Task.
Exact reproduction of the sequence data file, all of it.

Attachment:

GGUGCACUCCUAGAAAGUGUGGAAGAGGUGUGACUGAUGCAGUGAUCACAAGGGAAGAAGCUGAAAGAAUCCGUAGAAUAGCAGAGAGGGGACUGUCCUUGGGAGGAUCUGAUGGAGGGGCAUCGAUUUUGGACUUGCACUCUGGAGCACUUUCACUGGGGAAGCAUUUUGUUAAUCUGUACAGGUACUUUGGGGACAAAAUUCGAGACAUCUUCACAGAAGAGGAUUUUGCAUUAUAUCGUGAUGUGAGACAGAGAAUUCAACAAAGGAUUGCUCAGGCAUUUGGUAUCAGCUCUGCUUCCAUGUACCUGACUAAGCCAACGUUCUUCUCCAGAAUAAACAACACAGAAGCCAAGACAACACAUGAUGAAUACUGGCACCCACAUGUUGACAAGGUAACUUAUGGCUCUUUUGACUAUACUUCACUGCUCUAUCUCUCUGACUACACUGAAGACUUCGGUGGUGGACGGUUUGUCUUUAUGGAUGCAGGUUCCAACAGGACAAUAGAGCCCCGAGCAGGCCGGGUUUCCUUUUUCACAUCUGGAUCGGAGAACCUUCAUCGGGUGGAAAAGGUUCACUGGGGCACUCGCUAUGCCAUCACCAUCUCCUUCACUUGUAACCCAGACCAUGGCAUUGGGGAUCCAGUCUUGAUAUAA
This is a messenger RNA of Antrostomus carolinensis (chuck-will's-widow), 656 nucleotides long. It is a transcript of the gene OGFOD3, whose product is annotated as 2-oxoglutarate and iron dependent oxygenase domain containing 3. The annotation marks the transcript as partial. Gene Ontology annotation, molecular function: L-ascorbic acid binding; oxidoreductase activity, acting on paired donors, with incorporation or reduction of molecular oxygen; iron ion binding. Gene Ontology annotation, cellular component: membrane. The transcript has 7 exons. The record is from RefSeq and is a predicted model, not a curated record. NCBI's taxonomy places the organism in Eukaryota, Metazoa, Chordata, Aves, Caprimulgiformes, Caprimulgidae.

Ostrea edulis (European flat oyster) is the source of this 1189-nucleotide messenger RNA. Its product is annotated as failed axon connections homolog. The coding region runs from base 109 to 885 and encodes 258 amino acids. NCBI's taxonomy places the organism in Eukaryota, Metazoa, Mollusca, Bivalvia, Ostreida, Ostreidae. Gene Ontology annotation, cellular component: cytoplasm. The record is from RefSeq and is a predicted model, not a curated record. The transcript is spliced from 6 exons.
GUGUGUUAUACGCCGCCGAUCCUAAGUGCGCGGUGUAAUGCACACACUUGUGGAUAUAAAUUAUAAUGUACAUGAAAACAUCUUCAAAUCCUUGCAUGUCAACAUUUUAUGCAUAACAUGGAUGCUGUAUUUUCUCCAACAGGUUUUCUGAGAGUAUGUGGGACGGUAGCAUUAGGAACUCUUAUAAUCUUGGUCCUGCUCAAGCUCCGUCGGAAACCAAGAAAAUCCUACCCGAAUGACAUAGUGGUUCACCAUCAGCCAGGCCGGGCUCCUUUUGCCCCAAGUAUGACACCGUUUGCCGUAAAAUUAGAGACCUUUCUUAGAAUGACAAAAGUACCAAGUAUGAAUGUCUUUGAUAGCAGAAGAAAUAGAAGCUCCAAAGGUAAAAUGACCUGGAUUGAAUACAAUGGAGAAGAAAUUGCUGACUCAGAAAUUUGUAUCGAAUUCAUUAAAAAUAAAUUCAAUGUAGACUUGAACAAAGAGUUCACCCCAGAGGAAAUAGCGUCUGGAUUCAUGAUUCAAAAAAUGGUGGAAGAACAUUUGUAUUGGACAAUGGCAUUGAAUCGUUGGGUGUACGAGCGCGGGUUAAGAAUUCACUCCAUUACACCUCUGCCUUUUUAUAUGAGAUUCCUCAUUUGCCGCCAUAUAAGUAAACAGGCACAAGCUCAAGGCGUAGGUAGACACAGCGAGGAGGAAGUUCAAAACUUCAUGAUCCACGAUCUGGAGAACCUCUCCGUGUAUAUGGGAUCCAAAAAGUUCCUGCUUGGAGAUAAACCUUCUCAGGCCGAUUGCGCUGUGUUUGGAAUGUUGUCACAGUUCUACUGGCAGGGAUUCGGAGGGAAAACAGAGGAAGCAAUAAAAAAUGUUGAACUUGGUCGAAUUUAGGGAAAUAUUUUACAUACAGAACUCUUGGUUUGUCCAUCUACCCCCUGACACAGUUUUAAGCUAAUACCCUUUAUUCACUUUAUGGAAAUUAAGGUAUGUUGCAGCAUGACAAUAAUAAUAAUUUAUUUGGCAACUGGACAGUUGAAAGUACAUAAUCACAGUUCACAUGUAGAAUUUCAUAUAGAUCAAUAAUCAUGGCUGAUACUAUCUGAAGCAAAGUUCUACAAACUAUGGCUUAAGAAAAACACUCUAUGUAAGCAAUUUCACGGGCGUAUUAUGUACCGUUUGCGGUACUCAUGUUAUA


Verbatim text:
GGUGCACUCCUAGAAAGUGUGGAAGAGGUGUGACUGAUGCAGUGAUCACAAGGGAAGAAGCUGAAAGAAUCCGUAGAAUAGCAGAGAGGGGACUGUCCUUGGGAGGAUCUGAUGGAGGGGCAUCGAUUUUGGACUUGCACUCUGGAGCACUUUCACUGGGGAAGCAUUUUGUUAAUCUGUACAGGUACUUUGGGGACAAAAUUCGAGACAUCUUCACAGAAGAGGAUUUUGCAUUAUAUCGUGAUGUGAGACAGAGAAUUCAACAAAGGAUUGCUCAGGCAUUUGGUAUCAGCUCUGCUUCCAUGUACCUGACUAAGCCAACGUUCUUCUCCAGAAUAAACAACACAGAAGCCAAGACAACACAUGAUGAAUACUGGCACCCACAUGUUGACAAGGUAACUUAUGGCUCUUUUGACUAUACUUCACUGCUCUAUCUCUCUGACUACACUGAAGACUUCGGUGGUGGACGGUUUGUCUUUAUGGAUGCAGGUUCCAACAGGACAAUAGAGCCCCGAGCAGGCCGGGUUUCCUUUUUCACAUCUGGAUCGGAGAACCUUCAUCGGGUGGAAAAGGUUCACUGGGGCACUCGCUAUGCCAUCACCAUCUCCUUCACUUGUAACCCAGACCAUGGCAUUGGGGAUCCAGUCUUGAUAUAA
This is a messenger RNA of Antrostomus carolinensis (chuck-will's-widow), 656 nucleotides long. It is a transcript of the gene OGFOD3, whose product is annotated as 2-oxoglutarate and iron dependent oxygenase domain containing 3. The annotation marks the transcript as partial. Gene Ontology annotation, molecular function: L-ascorbic acid binding; oxidoreductase activity, acting on paired donors, with incorporation or reduction of molecular oxygen; iron ion binding. Gene Ontology annotation, cellular component: membrane. The transcript has 7 exons. The record is from RefSeq and is a predicted model, not a curated record. NCBI's taxonomy places the organism in Eukaryota, Metazoa, Chordata, Aves, Caprimulgiformes, Caprimulgidae.

Ostrea edulis (European flat oyster) is the source of this 1189-nucleotide messenger RNA. Its product is annotated as failed axon connections homolog. The coding region runs from base 109 to 885 and encodes 258 amino acids. NCBI's taxonomy places the organism in Eukaryota, Metazoa, Mollusca, Bivalvia, Ostreida, Ostreidae. Gene Ontology annotation, cellular component: cytoplasm. The record is from RefSeq and is a predicted model, not a curated record. The transcript is spliced from 6 exons.
GUGUGUUAUACGCCGCCGAUCCUAAGUGCGCGGUGUAAUGCACACACUUGUGGAUAUAAAUUAUAAUGUACAUGAAAACAUCUUCAAAUCCUUGCAUGUCAACAUUUUAUGCAUAACAUGGAUGCUGUAUUUUCUCCAACAGGUUUUCUGAGAGUAUGUGGGACGGUAGCAUUAGGAACUCUUAUAAUCUUGGUCCUGCUCAAGCUCCGUCGGAAACCAAGAAAAUCCUACCCGAAUGACAUAGUGGUUCACCAUCAGCCAGGCCGGGCUCCUUUUGCCCCAAGUAUGACACCGUUUGCCGUAAAAUUAGAGACCUUUCUUAGAAUGACAAAAGUACCAAGUAUGAAUGUCUUUGAUAGCAGAAGAAAUAGAAGCUCCAAAGGUAAAAUGACCUGGAUUGAAUACAAUGGAGAAGAAAUUGCUGACUCAGAAAUUUGUAUCGAAUUCAUUAAAAAUAAAUUCAAUGUAGACUUGAACAAAGAGUUCACCCCAGAGGAAAUAGCGUCUGGAUUCAUGAUUCAAAAAAUGGUGGAAGAACAUUUGUAUUGGACAAUGGCAUUGAAUCGUUGGGUGUACGAGCGCGGGUUAAGAAUUCACUCCAUUACACCUCUGCCUUUUUAUAUGAGAUUCCUCAUUUGCCGCCAUAUAAGUAAACAGGCACAAGCUCAAGGCGUAGGUAGACACAGCGAGGAGGAAGUUCAAAACUUCAUGAUCCACGAUCUGGAGAACCUCUCCGUGUAUAUGGGAUCCAAAAAGUUCCUGCUUGGAGAUAAACCUUCUCAGGCCGAUUGCGCUGUGUUUGGAAUGUUGUCACAGUUCUACUGGCAGGGAUUCGGAGGGAAAACAGAGGAAGCAAUAAAAAAUGUUGAACUUGGUCGAAUUUAGGGAAAUAUUUUACAUACAGAACUCUUGGUUUGUCCAUCUACCCCCUGACACAGUUUUAAGCUAAUACCCUUUAUUCACUUUAUGGAAAUUAAGGUAUGUUGCAGCAUGACAAUAAUAAUAAUUUAUUUGGCAACUGGACAGUUGAAAGUACAUAAUCACAGUUCACAUGUAGAAUUUCAUAUAGAUCAAUAAUCAUGGCUGAUACUAUCUGAAGCAAAGUUCUACAAACUAUGGCUUAAGAAAAACACUCUAUGUAAGCAAUUUCACGGGCGUAUUAUGUACCGUUUGCGGUACUCAUGUUAUA